Di-(2-ethylhexyl) phthalate (DEHP) is an endocrine-disrupting chemical that has been shown to impair normal reproductive function in males and females. This study investigated whether adult exposure to environmental and occupational doses of DEHP alters homeostasis of uterine proliferation, morphology, and number of uterine glands. Adult female CD1 mice were orally dosed with DEHP (0, 20 μg/kg/day, 200 μg/kg/day, 20 mg/kg/day or 200 mg/kg/day) for 30 days. Results indicated that DEHP at 200 μg/kg/day caused a reduction in epithelial cell proliferation in the uterus (p <.05). We also observed an increase (p <.05) in the number of uterine glands in mice dosed with 200 mg/kg/day DEHP. Results showed that DEHP caused an increase (p <.05) in dilated blood vessels in the endometrium at 200 μg/kg/day, 20 mg/kg/day and 200 mg/kg/day. DEHP also increased proliferation of endometrial stromal cells at 200 μg/kg/day DEHP (p <.0010), 20 mg/kg/day DEHP (p <.0001) and 200 mg/kg/day DEHP (p <.0186). Results suggest that, exposure to specific doses of DEHP for 30 days can have adverse effects on reproductive function.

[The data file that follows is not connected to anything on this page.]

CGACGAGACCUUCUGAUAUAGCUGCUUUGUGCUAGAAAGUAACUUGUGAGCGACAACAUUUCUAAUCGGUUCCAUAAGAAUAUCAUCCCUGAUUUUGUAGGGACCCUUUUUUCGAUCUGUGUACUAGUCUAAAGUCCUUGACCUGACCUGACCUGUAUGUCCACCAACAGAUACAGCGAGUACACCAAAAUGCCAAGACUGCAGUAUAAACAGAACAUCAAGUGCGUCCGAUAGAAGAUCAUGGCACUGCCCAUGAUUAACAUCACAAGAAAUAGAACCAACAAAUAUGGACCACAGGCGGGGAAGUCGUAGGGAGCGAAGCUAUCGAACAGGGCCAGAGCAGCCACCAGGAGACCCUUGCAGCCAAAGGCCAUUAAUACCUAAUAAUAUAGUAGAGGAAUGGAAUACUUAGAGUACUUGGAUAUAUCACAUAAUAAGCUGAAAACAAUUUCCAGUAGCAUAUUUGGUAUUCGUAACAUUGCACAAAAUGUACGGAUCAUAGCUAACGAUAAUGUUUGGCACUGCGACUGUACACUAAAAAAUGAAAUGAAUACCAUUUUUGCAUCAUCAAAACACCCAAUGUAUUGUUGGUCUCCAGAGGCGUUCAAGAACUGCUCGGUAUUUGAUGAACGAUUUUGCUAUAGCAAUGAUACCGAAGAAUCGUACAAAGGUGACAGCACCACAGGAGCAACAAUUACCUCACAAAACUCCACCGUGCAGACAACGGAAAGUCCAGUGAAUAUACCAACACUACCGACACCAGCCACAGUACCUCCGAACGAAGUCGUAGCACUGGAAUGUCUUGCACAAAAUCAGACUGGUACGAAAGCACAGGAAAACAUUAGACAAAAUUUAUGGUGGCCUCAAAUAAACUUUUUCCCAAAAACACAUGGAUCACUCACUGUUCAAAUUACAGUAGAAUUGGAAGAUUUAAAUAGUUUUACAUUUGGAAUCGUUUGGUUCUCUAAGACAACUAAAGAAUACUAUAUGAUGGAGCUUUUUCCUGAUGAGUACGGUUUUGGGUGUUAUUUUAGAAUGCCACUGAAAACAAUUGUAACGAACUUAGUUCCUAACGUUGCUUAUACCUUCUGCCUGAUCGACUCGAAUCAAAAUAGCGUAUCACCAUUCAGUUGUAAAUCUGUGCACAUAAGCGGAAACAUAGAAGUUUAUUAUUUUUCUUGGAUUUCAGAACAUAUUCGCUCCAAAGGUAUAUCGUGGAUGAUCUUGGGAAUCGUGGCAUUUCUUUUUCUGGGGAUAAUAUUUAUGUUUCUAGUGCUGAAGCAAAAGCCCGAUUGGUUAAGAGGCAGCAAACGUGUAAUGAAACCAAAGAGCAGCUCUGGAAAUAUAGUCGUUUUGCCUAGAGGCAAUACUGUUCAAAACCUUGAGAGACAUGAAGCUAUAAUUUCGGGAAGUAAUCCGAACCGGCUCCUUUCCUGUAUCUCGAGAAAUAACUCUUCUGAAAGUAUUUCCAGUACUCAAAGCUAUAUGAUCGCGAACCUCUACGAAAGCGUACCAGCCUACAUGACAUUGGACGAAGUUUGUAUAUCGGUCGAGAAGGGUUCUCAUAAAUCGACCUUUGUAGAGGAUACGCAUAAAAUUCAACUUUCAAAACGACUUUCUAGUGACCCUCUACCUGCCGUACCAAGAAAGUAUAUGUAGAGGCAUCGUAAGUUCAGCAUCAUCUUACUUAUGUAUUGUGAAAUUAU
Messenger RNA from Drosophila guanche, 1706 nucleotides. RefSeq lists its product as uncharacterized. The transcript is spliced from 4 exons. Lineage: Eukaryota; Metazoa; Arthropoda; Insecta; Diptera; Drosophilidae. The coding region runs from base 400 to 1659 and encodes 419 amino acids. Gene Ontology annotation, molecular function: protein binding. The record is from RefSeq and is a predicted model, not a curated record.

Original languageEnglish (US)
Pages (from-to)70-79
Number of pages10
JournalReproductive Toxicology
StatePublished - Apr 2018


  • Blood vessel
  • DEHP
  • Endocrine disrupting chemical
  • Phthalate
  • Uterine glands
  • Uterus

ASJC Scopus subject areas

  • Toxicology


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